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Sabres look good, feel good with rewarding victory

CALGARY – There haven't been many postgame celebrations for the Buffalo Sabres, so each one is special. This one, however, could be tough to top.

The hugs for Chad Johnson were tighter and longer than usual. The pats on Jack Eichel's helmet were more pronounced and enthusiastic than normal.

Everyone knew it was a meaningful game for the goaltender and the team. For once, everyone responded.

Johnson stopped 32 of 33 shots and Eichel scored the game-winner in overtime as Buffalo earned a 2-1 victory over Calgary on Monday. It was Johnson's first win since October, and the high-fiving players were well-aware.

"We were most happy because we got the win for Johnny," Eichel said in Scotiabank Saddledome. "He's in his hometown here. I guess he's been on the wrong side of some bad efforts by us this year, and I think we feel for him.

"It was awesome. We know how sensational he was in this game and how bad he wanted it. I'm really excited to see him get a win here."

Adding to the excitement was a rare complete effort. The Sabres played solid from start to finish and end to end. They looked nothing like the team that lost, 7-1, to Dallas on Saturday.

They looked like an NHL team.

"I can't say enough about how we competed from the start to the finish," Johnson said. "That's what we've needed, and that's what you need to win hockey games. You have to play hard right from the start to the end no matter the score, whether you're up two, down two.

"We really competed on pucks. We were in shot lanes. The D were battling in front of me. It was a hockey game. That was, I think, the first one I've been a part of this year. It felt like a normal hockey game."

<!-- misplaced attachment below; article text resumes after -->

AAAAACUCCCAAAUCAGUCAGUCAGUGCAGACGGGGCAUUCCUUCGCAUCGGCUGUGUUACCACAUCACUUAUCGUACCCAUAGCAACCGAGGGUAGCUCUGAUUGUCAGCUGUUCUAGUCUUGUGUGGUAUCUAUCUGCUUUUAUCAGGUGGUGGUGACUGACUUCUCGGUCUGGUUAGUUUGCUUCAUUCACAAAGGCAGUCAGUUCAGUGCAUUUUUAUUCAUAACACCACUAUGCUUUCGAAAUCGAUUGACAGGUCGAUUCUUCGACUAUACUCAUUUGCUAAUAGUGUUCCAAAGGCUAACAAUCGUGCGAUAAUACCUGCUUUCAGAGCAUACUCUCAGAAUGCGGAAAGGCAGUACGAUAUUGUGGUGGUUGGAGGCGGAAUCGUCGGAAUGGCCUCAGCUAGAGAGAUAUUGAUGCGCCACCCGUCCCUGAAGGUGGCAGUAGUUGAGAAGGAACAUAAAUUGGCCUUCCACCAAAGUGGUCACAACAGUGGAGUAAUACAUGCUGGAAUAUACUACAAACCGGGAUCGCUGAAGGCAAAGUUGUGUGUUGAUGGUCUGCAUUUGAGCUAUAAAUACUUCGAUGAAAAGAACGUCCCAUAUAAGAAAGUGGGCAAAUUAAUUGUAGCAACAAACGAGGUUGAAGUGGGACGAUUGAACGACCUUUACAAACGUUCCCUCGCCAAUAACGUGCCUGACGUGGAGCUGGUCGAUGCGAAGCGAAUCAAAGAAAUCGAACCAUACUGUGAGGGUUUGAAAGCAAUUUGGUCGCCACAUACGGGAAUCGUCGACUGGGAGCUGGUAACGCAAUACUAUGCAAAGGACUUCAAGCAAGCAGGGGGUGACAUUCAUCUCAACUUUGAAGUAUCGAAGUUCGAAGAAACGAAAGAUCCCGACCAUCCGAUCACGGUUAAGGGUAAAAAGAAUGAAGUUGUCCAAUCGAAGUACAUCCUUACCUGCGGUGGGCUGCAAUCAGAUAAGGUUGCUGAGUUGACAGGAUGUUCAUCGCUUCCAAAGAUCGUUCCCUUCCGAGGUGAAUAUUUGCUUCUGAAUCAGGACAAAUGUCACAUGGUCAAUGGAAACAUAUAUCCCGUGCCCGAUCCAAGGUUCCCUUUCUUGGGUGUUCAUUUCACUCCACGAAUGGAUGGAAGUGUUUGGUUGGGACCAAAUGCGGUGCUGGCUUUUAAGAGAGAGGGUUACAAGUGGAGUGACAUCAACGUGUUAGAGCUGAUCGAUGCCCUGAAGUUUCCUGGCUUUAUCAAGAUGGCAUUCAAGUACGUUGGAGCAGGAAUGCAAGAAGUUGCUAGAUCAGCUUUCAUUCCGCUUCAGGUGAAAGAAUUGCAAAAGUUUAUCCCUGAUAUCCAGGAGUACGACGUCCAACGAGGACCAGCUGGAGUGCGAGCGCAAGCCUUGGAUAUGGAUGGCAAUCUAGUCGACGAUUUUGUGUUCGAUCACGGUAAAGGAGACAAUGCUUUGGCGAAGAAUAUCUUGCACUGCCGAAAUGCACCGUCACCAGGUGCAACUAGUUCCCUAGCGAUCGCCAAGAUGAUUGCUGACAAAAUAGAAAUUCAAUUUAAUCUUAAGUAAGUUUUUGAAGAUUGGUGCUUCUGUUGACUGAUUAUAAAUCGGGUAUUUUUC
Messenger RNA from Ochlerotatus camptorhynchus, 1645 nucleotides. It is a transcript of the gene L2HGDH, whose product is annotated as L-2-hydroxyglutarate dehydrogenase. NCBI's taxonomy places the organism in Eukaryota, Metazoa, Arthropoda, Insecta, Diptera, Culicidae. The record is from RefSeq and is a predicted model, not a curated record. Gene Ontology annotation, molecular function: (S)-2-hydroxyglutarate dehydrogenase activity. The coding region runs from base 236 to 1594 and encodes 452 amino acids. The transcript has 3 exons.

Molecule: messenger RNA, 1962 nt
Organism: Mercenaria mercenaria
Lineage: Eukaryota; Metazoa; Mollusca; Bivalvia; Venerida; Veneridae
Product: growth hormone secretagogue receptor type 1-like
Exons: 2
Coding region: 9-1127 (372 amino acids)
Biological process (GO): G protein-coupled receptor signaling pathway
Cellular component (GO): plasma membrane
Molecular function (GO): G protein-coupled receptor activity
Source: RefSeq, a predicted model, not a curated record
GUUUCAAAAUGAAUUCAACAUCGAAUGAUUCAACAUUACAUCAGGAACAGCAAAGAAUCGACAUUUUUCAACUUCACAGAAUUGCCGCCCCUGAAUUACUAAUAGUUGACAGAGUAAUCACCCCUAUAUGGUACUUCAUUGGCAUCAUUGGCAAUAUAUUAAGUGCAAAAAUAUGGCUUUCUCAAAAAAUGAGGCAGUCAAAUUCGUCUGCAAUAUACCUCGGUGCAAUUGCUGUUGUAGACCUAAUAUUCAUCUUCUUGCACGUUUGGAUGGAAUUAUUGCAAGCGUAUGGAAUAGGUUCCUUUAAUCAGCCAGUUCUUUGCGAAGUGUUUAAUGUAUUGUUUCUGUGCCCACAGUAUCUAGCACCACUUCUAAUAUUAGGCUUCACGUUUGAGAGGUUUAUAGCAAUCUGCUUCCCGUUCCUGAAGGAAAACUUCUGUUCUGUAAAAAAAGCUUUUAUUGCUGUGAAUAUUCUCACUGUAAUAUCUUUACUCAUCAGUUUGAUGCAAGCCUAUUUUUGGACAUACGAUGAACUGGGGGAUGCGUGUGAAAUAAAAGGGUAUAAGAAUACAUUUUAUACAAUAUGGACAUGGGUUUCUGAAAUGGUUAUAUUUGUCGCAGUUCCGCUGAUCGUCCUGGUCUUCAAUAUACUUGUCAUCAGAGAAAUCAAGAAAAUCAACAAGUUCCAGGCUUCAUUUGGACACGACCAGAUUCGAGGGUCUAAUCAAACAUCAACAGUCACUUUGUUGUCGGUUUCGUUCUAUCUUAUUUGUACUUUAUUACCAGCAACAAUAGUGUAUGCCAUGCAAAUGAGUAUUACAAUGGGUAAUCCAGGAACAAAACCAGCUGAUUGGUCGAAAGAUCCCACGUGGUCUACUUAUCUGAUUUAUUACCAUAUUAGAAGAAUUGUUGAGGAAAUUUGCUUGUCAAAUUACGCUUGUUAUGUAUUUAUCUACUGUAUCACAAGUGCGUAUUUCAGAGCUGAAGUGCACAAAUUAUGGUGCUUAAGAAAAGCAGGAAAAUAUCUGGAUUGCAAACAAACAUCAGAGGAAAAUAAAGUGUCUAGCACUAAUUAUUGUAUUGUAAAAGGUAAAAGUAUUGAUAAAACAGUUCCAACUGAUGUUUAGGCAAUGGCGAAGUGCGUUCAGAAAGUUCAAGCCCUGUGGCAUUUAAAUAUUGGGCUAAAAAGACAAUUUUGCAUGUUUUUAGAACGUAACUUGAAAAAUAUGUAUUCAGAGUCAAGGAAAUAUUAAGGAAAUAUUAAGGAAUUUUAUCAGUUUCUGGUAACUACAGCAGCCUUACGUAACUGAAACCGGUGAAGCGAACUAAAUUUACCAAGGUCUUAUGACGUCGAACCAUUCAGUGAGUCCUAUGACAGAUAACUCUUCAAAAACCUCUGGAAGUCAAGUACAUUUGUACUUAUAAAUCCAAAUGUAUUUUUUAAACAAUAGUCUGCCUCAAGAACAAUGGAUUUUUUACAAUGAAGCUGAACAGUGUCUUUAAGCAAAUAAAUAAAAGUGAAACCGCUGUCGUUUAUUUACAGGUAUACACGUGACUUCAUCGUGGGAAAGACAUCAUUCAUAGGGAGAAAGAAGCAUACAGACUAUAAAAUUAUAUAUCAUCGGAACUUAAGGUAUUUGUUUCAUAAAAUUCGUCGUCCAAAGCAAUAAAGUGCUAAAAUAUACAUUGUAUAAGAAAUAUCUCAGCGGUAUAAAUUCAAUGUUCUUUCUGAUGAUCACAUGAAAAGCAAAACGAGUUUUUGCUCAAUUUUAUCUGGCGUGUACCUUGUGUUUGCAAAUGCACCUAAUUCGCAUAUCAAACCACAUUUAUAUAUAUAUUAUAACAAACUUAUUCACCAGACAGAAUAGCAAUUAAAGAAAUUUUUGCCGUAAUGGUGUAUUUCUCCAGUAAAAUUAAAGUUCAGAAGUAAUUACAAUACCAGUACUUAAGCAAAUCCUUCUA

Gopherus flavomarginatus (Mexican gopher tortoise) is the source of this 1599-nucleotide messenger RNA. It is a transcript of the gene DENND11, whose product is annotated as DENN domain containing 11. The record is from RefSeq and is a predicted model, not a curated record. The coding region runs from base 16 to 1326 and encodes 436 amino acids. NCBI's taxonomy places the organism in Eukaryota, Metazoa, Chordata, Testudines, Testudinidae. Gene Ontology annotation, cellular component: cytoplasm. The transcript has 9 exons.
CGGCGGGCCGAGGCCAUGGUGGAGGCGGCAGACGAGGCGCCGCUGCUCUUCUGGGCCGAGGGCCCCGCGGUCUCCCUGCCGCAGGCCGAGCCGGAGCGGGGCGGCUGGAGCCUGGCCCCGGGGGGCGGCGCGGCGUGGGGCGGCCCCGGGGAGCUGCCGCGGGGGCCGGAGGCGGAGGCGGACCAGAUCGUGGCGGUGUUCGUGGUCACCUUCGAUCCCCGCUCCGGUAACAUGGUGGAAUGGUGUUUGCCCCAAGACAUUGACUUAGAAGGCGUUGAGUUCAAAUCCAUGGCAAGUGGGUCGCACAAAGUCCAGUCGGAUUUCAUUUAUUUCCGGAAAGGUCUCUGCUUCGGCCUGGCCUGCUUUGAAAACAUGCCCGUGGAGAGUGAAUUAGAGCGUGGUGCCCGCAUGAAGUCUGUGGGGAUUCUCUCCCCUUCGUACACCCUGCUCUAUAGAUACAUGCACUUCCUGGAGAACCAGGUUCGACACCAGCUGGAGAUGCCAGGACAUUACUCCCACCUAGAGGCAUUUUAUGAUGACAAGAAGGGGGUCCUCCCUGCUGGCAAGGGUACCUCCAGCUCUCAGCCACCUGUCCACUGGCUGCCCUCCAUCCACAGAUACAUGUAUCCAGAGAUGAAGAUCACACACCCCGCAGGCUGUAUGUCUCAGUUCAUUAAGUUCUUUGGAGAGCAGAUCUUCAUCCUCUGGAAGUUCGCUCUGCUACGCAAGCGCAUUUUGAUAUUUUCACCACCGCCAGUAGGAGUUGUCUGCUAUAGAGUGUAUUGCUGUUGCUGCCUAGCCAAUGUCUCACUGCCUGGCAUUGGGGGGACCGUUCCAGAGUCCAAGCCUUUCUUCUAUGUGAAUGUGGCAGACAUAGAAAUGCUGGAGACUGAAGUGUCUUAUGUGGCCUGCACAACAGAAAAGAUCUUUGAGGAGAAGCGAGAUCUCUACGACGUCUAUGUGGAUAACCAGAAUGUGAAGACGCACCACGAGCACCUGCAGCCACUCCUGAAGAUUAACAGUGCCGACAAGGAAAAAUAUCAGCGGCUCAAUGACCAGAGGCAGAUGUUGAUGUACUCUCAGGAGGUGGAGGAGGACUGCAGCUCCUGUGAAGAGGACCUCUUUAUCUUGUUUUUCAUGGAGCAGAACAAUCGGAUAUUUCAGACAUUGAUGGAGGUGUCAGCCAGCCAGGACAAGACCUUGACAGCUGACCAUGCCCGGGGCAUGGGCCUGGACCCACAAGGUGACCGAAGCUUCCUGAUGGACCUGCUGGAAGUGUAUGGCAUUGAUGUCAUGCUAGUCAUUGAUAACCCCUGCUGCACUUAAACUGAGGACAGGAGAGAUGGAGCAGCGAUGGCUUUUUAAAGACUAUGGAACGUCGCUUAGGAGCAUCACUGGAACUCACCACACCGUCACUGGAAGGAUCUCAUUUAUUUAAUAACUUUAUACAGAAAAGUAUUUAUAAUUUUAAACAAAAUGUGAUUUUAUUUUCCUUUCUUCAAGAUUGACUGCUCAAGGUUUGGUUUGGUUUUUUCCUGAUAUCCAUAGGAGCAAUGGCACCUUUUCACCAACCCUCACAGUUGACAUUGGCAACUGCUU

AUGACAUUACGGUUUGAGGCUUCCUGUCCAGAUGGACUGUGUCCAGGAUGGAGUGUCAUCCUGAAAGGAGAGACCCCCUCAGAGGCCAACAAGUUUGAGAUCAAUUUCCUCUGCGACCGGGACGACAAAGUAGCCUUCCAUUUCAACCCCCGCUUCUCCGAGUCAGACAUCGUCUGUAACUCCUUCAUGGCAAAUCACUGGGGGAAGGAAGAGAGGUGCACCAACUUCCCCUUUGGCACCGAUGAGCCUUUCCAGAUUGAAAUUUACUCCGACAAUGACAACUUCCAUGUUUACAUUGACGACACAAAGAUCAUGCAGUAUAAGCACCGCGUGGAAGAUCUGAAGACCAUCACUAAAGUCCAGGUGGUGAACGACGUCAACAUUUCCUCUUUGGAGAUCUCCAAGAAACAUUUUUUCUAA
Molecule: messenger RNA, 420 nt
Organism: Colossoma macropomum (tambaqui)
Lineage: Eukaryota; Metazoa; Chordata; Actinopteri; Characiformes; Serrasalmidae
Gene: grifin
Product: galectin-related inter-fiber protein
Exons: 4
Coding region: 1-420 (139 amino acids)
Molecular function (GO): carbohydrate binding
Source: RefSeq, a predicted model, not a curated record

Typical Sabres games feature terrible turnovers, uninspired efforts and lackadaisical attitudes. This outing featured respectable play in all zones, although the goal output was still low.

"It was a great response," coach Phil Housley said. "Everybody contributed."

The Wraparound: Sabres 2, Flames 1 (OT)

They all contributed to the postgame party. The Sabres gathered along the boards after Eichel buried a one-timer with 1:30 gone in overtime, just two seconds after a Calgary penalty ended.

The initial hugs were for Eichel, who scored his 19th goal and extended his point streak to six games. The heartier ones were for Johnson, who improved to 2-8-3 after not winning since Oct. 15 in Anaheim.

"It means a lot," Johnson said. "Obviously, it's been a tough year. I felt good with my game. It's been mentally challenging this whole season not really getting some bounces. It's hard not to want to just change everything: change the gear, change your style.

"But (goaltending coach Andrew Allen) has been good for me telling me to stay the course and the results will come. To be able to get rewarded, not have some fluky goals or hear post and post and in, just things like that, to have a really good hockey game played in front of me and to get rewarded with the result was huge for me and huge for my confidence."

While the game will linger with Johnson, the Sabres (12-26-9) don't have time to bask in the glory. They visit Connor McDavid and the Edmonton Oilers on Tuesday. If they revert to previous form, this fun night will essentially be meaningless.

"If the guys make a choice and compete and play for each other, we're a really good hockey team," Housley said. "We've shown it in the past. We have to be more consistent. We have to get ready for another tough game against Edmonton, who's been waiting since Saturday, so we've got to enjoy this but refocus and continue to play the way we did tonight."

The way they played Monday was inspiring for the guys in the dressing room.

"There's a minute left and we get a power play, you're thinking, 'Hey, this could be it. I could get a win here and we could pull this out,'" Johnson said. "We've had times where we've played with a lot of compete throughout a game but never the full 60 minutes. I think if we could just really challenge ourselves next game to just bring that again, that's going to be the key. That's what it comes down to because that's the hardest part about this game is bringing that every night.

"There was that compete in everybody's legs and their heart. To be a part of that and just be part of a normal game from start to finish – not just sloppiness or whatever it is – to be part of a normal hockey game, I felt good. I felt really good."

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